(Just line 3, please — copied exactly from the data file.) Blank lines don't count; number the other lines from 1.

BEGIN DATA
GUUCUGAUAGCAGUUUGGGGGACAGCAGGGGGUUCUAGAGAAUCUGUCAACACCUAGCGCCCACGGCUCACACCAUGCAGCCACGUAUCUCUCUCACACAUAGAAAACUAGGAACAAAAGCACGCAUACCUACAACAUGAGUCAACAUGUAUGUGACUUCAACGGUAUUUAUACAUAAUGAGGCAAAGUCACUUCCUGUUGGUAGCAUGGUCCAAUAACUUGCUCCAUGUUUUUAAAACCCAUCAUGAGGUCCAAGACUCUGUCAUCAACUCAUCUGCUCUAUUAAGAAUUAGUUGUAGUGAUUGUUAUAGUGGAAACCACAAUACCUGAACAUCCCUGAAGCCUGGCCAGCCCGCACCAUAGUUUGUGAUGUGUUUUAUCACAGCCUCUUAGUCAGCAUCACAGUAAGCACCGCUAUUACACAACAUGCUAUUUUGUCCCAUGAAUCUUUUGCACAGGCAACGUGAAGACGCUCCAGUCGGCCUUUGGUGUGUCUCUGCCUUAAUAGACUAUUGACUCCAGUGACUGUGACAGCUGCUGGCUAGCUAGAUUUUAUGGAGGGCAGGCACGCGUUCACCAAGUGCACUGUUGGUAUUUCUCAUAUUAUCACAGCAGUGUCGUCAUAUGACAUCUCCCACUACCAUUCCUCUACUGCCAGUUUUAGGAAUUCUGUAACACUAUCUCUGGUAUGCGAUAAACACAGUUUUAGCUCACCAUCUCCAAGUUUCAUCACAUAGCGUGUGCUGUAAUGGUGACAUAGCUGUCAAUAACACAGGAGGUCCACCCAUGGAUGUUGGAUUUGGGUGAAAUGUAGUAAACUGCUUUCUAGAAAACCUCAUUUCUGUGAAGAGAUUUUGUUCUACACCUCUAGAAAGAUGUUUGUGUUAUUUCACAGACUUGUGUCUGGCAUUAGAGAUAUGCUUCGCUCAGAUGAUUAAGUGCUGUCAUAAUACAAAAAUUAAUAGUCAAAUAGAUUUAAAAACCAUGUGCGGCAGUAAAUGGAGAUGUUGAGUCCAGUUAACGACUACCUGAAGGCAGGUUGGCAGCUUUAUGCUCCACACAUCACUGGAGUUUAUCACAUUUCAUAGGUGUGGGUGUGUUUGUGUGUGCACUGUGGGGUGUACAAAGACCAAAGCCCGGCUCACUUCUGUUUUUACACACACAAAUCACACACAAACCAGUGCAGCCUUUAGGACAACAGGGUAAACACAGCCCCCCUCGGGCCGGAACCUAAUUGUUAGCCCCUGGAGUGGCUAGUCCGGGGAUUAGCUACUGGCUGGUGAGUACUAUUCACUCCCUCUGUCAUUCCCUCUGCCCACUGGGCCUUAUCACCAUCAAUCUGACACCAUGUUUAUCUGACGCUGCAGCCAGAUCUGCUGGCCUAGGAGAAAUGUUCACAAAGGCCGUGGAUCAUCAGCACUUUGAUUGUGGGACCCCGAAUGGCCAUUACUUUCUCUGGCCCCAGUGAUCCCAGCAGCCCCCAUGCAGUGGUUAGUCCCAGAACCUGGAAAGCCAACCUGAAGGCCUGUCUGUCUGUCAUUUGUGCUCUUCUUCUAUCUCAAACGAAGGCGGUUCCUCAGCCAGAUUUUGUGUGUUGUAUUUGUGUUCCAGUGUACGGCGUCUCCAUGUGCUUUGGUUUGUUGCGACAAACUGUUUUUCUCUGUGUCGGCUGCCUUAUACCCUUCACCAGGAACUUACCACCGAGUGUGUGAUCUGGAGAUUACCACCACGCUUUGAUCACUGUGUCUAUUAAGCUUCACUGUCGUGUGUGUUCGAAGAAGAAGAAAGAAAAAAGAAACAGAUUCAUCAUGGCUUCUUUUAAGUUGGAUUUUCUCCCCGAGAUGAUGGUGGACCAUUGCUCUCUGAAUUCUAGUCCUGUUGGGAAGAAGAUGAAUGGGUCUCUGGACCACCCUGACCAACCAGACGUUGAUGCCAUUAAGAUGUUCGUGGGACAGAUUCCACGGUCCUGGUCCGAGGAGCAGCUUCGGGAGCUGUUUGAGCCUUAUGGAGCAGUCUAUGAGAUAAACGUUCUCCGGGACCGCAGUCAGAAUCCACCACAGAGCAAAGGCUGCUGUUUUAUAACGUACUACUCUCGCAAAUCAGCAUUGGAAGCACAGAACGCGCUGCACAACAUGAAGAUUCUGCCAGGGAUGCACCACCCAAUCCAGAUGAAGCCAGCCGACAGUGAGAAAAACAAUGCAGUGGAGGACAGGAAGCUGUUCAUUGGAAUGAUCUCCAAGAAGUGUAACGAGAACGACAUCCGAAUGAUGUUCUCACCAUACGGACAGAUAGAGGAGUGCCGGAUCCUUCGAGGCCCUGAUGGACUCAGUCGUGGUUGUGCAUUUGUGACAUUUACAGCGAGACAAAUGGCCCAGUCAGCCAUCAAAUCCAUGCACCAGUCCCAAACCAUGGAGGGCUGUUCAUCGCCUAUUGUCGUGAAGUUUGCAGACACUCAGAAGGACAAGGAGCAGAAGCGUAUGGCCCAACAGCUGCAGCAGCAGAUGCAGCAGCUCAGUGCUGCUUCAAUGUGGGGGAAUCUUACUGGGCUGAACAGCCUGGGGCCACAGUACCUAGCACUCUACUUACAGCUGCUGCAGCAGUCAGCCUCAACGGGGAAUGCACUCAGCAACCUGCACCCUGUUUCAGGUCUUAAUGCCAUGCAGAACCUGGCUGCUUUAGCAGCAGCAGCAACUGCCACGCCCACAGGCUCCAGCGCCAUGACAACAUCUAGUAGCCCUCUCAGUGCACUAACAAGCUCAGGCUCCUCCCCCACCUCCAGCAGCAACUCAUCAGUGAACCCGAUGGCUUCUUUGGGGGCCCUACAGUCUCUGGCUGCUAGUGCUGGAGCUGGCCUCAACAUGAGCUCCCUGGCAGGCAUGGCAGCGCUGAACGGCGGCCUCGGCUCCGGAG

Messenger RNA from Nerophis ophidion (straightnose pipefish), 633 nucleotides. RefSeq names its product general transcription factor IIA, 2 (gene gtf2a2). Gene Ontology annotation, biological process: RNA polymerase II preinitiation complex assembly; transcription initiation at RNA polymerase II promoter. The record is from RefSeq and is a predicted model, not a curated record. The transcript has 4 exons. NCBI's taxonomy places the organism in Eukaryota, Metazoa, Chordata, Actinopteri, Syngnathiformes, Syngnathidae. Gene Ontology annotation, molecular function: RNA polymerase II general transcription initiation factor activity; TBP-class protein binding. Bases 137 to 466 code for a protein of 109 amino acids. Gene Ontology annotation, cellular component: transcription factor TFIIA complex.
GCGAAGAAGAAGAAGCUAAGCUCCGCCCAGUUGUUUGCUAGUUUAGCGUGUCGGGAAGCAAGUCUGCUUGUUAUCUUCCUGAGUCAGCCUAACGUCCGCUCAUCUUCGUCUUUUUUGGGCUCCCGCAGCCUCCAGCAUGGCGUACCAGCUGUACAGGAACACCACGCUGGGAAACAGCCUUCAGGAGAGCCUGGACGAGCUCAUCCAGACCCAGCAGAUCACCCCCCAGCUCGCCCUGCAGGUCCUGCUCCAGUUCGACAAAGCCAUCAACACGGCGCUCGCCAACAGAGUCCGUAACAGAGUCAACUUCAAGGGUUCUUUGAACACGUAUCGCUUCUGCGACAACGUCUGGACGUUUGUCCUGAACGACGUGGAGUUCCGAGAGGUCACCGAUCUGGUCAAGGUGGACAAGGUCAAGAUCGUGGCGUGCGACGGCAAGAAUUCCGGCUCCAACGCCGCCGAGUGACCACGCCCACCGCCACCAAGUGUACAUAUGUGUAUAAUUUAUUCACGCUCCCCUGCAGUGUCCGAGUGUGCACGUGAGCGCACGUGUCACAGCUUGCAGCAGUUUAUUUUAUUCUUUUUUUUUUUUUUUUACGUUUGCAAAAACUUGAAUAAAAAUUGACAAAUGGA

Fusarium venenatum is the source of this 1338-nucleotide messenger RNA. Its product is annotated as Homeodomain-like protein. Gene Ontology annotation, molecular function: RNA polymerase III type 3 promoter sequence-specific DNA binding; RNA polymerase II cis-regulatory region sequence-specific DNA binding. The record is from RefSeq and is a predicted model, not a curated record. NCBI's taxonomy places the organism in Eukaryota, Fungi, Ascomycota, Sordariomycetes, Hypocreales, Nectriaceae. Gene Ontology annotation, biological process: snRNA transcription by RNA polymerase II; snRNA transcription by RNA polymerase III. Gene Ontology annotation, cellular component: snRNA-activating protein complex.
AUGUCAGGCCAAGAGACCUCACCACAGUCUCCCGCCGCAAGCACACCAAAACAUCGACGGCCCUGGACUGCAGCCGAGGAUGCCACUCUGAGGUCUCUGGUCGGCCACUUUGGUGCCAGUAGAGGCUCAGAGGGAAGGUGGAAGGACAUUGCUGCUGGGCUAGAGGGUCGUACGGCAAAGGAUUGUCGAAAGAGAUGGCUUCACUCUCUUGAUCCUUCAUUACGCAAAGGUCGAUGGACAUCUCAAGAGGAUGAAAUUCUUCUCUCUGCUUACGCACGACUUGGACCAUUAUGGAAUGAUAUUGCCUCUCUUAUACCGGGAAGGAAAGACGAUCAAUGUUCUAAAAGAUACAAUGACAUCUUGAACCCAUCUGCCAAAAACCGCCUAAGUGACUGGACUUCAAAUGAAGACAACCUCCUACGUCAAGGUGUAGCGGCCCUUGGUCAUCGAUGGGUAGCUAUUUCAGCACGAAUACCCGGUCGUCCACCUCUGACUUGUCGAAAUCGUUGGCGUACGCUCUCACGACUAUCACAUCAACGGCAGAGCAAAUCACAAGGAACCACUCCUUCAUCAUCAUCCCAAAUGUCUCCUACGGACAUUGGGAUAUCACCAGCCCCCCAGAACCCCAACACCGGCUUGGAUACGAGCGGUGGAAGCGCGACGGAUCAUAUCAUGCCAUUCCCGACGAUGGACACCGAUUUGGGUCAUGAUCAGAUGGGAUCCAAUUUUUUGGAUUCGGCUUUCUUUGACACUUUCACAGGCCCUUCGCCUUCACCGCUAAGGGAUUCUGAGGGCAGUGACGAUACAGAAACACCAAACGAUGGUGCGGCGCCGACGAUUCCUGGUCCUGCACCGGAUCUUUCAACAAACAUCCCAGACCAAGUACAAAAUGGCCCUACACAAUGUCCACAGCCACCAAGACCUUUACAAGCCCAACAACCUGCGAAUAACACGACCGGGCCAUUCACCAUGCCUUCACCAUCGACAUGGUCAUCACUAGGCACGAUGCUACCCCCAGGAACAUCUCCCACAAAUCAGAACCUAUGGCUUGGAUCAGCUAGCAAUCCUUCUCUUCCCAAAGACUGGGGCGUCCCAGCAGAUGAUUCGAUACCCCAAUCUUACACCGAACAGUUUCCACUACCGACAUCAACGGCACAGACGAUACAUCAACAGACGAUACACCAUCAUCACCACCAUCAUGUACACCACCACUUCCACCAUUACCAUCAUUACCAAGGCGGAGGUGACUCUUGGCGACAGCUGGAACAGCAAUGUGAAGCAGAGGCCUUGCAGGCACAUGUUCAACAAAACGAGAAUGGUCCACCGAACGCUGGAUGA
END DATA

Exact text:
GCGAAGAAGAAGAAGCUAAGCUCCGCCCAGUUGUUUGCUAGUUUAGCGUGUCGGGAAGCAAGUCUGCUUGUUAUCUUCCUGAGUCAGCCUAACGUCCGCUCAUCUUCGUCUUUUUUGGGCUCCCGCAGCCUCCAGCAUGGCGUACCAGCUGUACAGGAACACCACGCUGGGAAACAGCCUUCAGGAGAGCCUGGACGAGCUCAUCCAGACCCAGCAGAUCACCCCCCAGCUCGCCCUGCAGGUCCUGCUCCAGUUCGACAAAGCCAUCAACACGGCGCUCGCCAACAGAGUCCGUAACAGAGUCAACUUCAAGGGUUCUUUGAACACGUAUCGCUUCUGCGACAACGUCUGGACGUUUGUCCUGAACGACGUGGAGUUCCGAGAGGUCACCGAUCUGGUCAAGGUGGACAAGGUCAAGAUCGUGGCGUGCGACGGCAAGAAUUCCGGCUCCAACGCCGCCGAGUGACCACGCCCACCGCCACCAAGUGUACAUAUGUGUAUAAUUUAUUCACGCUCCCCUGCAGUGUCCGAGUGUGCACGUGAGCGCACGUGUCACAGCUUGCAGCAGUUUAUUUUAUUCUUUUUUUUUUUUUUUUACGUUUGCAAAAACUUGAAUAAAAAUUGACAAAUGGA